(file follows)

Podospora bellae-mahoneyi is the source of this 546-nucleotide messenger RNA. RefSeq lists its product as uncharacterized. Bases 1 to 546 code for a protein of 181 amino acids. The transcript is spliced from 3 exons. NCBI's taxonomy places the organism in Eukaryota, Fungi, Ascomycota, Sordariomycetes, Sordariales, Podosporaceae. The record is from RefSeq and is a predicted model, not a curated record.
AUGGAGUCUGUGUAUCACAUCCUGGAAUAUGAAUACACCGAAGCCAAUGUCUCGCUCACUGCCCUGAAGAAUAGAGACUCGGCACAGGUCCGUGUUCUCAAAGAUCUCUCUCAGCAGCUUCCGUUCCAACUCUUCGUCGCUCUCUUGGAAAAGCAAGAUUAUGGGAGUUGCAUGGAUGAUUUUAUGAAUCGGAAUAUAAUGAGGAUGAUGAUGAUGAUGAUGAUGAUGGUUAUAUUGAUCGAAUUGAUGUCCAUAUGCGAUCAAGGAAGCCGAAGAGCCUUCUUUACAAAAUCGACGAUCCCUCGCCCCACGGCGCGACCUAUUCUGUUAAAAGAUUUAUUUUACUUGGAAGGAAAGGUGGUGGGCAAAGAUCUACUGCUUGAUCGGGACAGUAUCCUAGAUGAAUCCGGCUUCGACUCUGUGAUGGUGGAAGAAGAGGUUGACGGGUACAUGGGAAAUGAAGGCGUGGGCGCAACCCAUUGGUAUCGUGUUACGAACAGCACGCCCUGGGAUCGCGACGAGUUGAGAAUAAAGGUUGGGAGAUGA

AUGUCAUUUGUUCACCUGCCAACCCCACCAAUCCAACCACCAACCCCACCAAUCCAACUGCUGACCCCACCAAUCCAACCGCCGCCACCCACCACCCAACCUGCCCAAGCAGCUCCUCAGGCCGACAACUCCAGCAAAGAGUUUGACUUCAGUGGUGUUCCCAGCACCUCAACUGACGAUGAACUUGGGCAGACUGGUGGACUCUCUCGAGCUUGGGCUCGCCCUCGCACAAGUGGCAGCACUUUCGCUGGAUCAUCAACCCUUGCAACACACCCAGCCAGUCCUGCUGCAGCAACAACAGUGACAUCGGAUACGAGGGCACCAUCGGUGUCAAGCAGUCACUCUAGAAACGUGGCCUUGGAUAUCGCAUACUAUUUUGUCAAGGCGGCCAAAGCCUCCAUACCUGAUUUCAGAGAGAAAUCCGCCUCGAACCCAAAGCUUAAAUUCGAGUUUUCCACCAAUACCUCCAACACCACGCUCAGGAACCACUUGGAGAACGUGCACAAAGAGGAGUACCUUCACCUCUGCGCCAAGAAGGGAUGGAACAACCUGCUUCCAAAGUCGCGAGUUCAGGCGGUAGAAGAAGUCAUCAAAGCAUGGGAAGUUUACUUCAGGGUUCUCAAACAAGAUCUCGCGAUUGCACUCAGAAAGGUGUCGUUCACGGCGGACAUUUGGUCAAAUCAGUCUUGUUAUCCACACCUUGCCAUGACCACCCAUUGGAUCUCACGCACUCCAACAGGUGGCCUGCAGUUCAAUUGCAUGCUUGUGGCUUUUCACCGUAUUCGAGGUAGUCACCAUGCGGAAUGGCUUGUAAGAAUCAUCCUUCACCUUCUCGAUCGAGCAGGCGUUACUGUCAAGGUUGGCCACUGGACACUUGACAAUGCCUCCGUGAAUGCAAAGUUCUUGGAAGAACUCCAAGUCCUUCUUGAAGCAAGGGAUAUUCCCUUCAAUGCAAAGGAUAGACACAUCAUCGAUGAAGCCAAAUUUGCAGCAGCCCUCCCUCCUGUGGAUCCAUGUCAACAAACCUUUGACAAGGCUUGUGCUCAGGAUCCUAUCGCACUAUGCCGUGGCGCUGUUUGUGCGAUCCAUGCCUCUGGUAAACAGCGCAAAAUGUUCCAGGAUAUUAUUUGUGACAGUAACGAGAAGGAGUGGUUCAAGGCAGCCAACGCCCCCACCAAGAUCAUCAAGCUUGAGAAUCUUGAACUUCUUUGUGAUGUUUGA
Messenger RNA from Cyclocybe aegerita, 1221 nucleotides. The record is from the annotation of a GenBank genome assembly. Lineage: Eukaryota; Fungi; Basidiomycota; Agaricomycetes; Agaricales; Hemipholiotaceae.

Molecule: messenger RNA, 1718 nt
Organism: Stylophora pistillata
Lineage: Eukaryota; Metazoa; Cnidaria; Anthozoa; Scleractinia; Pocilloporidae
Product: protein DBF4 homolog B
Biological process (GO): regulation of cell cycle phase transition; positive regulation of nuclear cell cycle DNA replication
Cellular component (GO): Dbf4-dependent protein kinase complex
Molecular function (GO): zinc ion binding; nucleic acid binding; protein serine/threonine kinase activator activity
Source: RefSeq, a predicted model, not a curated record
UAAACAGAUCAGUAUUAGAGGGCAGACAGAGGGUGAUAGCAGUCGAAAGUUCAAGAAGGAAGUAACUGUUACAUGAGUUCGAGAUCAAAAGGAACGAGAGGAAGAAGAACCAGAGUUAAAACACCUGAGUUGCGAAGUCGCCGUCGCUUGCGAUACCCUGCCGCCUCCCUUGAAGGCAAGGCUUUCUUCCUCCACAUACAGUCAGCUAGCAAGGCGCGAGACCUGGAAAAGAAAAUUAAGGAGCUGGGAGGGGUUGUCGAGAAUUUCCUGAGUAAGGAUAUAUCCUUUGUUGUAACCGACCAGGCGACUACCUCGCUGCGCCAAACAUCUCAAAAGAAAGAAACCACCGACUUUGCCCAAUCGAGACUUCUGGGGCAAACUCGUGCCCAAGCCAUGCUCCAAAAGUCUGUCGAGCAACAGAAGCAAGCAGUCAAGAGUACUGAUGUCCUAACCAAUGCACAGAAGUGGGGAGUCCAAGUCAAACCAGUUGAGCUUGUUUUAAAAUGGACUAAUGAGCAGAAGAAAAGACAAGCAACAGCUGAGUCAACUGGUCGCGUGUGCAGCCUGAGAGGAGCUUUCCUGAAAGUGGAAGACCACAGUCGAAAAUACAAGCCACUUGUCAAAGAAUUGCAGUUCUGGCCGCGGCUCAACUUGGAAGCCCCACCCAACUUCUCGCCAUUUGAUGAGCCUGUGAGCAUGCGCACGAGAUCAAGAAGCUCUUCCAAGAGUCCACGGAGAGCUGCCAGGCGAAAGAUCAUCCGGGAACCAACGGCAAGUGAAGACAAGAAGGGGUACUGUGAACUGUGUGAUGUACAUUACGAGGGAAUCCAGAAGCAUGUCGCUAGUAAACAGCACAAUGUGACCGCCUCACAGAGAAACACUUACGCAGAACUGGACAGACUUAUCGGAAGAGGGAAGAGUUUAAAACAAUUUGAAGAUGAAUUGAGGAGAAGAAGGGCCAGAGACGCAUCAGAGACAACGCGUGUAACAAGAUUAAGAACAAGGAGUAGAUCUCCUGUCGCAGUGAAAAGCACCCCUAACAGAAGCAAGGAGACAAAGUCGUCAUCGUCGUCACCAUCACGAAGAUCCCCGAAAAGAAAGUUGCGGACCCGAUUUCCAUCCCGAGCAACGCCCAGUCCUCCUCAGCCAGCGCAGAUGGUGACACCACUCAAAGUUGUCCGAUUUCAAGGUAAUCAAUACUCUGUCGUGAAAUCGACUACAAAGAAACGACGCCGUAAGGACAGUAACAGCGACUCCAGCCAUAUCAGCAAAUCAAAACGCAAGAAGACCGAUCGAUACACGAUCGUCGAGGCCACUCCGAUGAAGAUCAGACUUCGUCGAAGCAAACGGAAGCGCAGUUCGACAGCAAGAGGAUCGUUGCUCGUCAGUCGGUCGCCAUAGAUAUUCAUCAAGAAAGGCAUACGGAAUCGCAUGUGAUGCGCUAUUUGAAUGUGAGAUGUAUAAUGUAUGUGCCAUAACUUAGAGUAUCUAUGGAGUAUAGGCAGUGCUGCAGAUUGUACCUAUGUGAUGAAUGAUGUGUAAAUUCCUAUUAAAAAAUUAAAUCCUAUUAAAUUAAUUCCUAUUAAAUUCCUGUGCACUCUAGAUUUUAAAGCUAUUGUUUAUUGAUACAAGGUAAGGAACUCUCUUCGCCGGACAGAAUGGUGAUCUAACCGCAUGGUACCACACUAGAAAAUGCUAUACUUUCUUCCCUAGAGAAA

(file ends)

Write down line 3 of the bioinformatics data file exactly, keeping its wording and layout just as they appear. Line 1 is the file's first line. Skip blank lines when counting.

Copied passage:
AUGUCAUUUGUUCACCUGCCAACCCCACCAAUCCAACCACCAACCCCACCAAUCCAACUGCUGACCCCACCAAUCCAACCGCCGCCACCCACCACCCAACCUGCCCAAGCAGCUCCUCAGGCCGACAACUCCAGCAAAGAGUUUGACUUCAGUGGUGUUCCCAGCACCUCAACUGACGAUGAACUUGGGCAGACUGGUGGACUCUCUCGAGCUUGGGCUCGCCCUCGCACAAGUGGCAGCACUUUCGCUGGAUCAUCAACCCUUGCAACACACCCAGCCAGUCCUGCUGCAGCAACAACAGUGACAUCGGAUACGAGGGCACCAUCGGUGUCAAGCAGUCACUCUAGAAACGUGGCCUUGGAUAUCGCAUACUAUUUUGUCAAGGCGGCCAAAGCCUCCAUACCUGAUUUCAGAGAGAAAUCCGCCUCGAACCCAAAGCUUAAAUUCGAGUUUUCCACCAAUACCUCCAACACCACGCUCAGGAACCACUUGGAGAACGUGCACAAAGAGGAGUACCUUCACCUCUGCGCCAAGAAGGGAUGGAACAACCUGCUUCCAAAGUCGCGAGUUCAGGCGGUAGAAGAAGUCAUCAAAGCAUGGGAAGUUUACUUCAGGGUUCUCAAACAAGAUCUCGCGAUUGCACUCAGAAAGGUGUCGUUCACGGCGGACAUUUGGUCAAAUCAGUCUUGUUAUCCACACCUUGCCAUGACCACCCAUUGGAUCUCACGCACUCCAACAGGUGGCCUGCAGUUCAAUUGCAUGCUUGUGGCUUUUCACCGUAUUCGAGGUAGUCACCAUGCGGAAUGGCUUGUAAGAAUCAUCCUUCACCUUCUCGAUCGAGCAGGCGUUACUGUCAAGGUUGGCCACUGGACACUUGACAAUGCCUCCGUGAAUGCAAAGUUCUUGGAAGAACUCCAAGUCCUUCUUGAAGCAAGGGAUAUUCCCUUCAAUGCAAAGGAUAGACACAUCAUCGAUGAAGCCAAAUUUGCAGCAGCCCUCCCUCCUGUGGAUCCAUGUCAACAAACCUUUGACAAGGCUUGUGCUCAGGAUCCUAUCGCACUAUGCCGUGGCGCUGUUUGUGCGAUCCAUGCCUCUGGUAAACAGCGCAAAAUGUUCCAGGAUAUUAUUUGUGACAGUAACGAGAAGGAGUGGUUCAAGGCAGCCAACGCCCCCACCAAGAUCAUCAAGCUUGAGAAUCUUGAACUUCUUUGUGAUGUUUGA